Today, there are several Argentine political parties identifying themselves as Peronist, such as the Partido Justicialista, which is the official Peronist party.

See also


  1. citation needed
  2. Crassweller, David. Peron and the Enigmas of Argentina. W.W. Norton and Company. 1987: 221. ISBN 0-393-30543-0
  3. Jewish Virtual Library.
  4. Inside Argentina from Peron to Menem: 1950–2000 From an American Point of View by Laurence Levine, page 23
  5. "Continuing Efforts to Conceal Anti-Semitic Past." Valente, Marcela. Valente, Marcela. IPS-Inter Press Service. April 27, 2005.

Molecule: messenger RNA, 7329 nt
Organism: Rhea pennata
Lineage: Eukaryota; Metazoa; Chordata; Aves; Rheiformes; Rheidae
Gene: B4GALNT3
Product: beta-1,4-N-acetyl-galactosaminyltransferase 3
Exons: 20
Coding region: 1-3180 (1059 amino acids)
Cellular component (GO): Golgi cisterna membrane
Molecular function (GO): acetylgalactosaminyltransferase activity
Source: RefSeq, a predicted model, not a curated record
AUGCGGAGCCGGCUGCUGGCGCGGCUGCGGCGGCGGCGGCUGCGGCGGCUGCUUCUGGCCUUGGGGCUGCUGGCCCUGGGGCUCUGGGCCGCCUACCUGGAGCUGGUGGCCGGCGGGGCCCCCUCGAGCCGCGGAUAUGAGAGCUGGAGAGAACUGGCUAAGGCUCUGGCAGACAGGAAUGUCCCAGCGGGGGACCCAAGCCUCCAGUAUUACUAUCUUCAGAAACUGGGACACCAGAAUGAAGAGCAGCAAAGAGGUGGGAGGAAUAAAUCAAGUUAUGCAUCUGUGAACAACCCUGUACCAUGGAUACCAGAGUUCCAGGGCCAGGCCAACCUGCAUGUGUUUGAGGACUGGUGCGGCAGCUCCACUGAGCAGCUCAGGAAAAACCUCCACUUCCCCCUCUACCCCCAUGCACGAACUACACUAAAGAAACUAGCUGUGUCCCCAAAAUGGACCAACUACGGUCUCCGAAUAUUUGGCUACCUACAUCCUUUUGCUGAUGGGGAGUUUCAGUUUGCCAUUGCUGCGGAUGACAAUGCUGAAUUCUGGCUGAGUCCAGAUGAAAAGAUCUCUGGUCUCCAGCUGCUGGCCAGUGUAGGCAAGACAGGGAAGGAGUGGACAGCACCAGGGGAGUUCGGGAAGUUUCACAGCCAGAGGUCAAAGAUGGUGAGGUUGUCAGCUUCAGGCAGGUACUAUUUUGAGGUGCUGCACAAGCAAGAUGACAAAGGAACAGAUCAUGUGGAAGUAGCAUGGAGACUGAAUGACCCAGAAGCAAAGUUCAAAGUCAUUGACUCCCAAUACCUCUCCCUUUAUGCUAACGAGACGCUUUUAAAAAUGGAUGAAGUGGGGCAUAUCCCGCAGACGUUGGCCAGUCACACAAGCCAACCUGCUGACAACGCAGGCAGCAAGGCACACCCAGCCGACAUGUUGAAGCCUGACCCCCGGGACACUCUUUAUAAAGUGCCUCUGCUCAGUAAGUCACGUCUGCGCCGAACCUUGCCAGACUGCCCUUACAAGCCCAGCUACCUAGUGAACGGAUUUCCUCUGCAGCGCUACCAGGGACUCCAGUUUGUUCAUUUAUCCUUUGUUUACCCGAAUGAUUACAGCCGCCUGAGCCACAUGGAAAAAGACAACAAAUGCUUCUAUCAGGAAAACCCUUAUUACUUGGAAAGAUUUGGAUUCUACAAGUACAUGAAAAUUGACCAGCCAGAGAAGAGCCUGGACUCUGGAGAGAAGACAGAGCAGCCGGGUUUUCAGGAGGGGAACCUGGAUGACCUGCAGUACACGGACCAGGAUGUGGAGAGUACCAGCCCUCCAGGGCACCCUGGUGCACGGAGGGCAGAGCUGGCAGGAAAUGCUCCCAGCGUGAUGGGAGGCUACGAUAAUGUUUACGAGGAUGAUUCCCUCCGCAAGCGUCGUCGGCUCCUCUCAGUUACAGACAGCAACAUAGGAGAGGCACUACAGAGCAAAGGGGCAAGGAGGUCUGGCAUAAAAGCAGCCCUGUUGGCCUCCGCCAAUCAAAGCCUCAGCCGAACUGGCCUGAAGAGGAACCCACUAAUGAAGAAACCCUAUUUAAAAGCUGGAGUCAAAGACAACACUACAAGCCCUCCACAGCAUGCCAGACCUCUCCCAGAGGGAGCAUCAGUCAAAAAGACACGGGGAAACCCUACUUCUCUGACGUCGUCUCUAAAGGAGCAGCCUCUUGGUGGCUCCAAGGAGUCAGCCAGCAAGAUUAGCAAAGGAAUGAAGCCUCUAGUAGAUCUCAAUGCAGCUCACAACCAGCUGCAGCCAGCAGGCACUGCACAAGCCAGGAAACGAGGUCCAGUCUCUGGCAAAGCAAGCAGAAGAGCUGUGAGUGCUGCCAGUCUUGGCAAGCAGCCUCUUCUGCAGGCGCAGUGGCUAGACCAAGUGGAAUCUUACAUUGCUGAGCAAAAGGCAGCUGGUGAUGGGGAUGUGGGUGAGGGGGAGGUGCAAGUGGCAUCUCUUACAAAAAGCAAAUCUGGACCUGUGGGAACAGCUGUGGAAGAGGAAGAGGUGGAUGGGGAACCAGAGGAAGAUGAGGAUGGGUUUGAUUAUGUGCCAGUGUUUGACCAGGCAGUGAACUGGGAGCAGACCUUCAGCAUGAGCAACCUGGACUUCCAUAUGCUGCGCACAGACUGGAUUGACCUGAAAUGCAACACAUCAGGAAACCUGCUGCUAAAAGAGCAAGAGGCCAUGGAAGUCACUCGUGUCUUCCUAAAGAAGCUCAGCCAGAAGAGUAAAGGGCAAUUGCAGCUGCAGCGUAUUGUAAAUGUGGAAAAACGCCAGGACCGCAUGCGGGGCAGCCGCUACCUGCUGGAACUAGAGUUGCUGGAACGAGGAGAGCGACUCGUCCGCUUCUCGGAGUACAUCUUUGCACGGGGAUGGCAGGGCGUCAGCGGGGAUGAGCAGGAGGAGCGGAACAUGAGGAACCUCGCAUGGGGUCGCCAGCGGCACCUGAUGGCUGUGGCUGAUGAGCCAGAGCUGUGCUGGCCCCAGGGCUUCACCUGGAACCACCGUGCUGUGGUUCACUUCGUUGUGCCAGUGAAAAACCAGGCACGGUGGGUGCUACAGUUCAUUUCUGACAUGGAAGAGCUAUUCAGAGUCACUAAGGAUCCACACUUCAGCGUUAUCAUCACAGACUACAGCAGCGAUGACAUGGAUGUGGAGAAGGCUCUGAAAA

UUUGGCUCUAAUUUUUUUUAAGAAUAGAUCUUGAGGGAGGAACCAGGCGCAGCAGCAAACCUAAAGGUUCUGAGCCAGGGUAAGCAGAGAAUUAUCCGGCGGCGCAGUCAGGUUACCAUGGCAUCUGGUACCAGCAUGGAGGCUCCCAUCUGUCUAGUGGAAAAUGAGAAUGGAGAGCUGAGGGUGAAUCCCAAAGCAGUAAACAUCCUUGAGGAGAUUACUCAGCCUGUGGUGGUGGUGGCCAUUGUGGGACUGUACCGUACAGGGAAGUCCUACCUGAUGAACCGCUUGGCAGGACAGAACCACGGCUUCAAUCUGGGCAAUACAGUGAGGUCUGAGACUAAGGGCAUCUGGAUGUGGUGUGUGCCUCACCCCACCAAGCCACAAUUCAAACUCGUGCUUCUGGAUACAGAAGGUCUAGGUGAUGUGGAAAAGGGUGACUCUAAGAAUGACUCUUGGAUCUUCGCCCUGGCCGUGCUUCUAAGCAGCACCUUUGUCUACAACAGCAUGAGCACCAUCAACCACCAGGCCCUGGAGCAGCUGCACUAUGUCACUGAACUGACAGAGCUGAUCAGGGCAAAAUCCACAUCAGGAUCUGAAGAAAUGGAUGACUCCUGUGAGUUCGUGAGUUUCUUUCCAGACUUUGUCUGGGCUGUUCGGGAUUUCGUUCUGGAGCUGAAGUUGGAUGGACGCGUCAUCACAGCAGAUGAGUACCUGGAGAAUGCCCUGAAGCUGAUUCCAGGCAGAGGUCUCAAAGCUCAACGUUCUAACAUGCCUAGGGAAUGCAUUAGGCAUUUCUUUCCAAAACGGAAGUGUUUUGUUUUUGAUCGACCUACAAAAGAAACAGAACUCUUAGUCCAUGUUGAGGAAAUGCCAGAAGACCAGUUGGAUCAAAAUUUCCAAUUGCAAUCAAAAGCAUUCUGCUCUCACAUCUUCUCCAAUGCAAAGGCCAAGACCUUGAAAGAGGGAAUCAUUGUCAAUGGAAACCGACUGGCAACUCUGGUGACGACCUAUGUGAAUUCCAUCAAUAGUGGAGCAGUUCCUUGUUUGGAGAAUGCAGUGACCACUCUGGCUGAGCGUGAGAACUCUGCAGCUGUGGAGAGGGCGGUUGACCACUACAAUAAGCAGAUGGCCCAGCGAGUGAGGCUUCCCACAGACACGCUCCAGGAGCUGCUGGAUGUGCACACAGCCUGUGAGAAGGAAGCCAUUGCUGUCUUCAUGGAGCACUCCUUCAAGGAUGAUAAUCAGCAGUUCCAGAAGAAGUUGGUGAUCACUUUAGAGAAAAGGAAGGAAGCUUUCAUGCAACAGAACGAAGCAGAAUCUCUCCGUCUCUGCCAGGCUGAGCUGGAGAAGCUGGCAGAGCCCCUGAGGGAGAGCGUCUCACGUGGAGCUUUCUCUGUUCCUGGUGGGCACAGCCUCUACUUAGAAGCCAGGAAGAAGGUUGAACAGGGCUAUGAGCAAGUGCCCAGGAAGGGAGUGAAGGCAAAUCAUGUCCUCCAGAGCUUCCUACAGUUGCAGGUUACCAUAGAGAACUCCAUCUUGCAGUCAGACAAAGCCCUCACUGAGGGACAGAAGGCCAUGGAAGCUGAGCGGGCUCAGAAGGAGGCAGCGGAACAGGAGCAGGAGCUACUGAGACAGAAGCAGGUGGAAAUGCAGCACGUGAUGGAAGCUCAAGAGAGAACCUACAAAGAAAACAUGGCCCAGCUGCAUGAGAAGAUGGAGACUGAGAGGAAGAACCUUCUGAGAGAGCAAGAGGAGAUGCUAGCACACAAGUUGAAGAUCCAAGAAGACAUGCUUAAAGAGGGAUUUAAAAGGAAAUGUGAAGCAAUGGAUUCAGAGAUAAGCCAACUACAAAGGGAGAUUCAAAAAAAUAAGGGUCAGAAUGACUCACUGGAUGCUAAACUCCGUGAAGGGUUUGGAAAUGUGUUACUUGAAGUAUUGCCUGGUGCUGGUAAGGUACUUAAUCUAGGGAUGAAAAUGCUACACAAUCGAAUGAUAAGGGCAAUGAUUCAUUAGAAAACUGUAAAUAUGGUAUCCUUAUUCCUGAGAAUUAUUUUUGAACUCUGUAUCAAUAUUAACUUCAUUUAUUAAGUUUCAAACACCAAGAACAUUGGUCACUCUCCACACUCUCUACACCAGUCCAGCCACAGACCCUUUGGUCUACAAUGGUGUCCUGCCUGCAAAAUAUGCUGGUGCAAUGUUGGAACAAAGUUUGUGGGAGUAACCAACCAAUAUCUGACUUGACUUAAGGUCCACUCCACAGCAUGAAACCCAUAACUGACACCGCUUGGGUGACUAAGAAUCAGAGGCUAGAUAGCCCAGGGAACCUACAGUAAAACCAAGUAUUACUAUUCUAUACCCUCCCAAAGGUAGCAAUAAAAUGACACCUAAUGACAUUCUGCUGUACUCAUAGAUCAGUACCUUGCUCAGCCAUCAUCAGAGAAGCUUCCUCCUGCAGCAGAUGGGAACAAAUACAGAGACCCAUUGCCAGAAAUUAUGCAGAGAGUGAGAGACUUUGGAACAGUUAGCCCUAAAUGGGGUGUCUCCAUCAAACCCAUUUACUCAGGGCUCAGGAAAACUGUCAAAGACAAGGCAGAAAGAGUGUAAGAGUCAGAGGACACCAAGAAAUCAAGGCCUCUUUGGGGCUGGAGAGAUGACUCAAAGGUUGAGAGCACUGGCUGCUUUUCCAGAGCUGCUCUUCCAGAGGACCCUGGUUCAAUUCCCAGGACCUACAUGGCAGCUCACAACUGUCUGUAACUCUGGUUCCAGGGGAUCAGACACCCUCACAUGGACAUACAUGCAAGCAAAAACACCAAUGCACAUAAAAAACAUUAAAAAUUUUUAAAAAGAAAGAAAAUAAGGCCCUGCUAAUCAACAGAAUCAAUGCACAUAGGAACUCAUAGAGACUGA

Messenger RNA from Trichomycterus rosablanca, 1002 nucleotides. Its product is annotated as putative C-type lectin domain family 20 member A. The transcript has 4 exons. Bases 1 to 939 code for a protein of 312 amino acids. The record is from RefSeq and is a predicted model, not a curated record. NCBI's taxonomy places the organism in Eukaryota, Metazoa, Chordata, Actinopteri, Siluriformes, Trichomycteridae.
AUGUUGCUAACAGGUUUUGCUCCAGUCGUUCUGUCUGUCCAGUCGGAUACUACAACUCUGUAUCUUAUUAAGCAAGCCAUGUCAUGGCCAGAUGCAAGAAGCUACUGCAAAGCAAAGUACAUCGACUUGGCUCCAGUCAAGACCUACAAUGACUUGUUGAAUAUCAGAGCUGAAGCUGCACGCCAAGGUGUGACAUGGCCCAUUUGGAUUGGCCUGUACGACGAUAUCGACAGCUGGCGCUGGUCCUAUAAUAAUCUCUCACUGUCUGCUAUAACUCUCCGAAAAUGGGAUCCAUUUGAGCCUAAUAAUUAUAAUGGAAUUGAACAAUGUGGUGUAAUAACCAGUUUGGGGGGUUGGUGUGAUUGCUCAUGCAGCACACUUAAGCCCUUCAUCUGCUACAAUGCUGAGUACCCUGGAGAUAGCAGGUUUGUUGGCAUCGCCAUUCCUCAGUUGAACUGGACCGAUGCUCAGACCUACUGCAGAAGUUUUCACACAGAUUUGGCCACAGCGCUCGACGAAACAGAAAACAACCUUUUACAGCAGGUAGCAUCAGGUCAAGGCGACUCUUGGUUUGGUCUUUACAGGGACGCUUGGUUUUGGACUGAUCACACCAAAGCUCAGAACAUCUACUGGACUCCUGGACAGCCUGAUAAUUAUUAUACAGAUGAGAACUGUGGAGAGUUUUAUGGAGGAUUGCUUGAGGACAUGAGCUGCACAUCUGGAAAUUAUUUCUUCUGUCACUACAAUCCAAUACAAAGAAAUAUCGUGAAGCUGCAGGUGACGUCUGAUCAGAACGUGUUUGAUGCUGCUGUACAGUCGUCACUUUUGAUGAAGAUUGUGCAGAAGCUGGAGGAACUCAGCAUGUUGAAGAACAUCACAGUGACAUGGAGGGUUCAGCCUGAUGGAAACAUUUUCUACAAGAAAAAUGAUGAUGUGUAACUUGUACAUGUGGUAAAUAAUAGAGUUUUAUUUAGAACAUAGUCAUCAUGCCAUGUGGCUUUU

6. Peronism and Argentina By James P. Brennan
  7. Alicia Servetto, El derrumbe temprano de la democracia en Córdoba: Obregón Cano y el golpe policial (1973-1974), Estudios Sociales n°17, Segundo Semestre 1999, revised paper of a 1997 Conference at the National University of La Pampa, 19 pages
  8. Manuel Justo Gaggero, “El general en su laberinto”, Pagina/12, 19 February 2007


  • Tomas Eloy Martinez, El Sueño Argentino' (The Argentine Dream, 1999) and Memorias del General (Memoirs of the General, 1996).
  • Daniel James , Resistance and Integration: Peronism and the Argentine Working Class, 1946-1979. NY: Cambridge University Press, 1988.
  • Felix Luna , Perón y Su Tiempo, Vol I-III.: Sudamericana, 1990.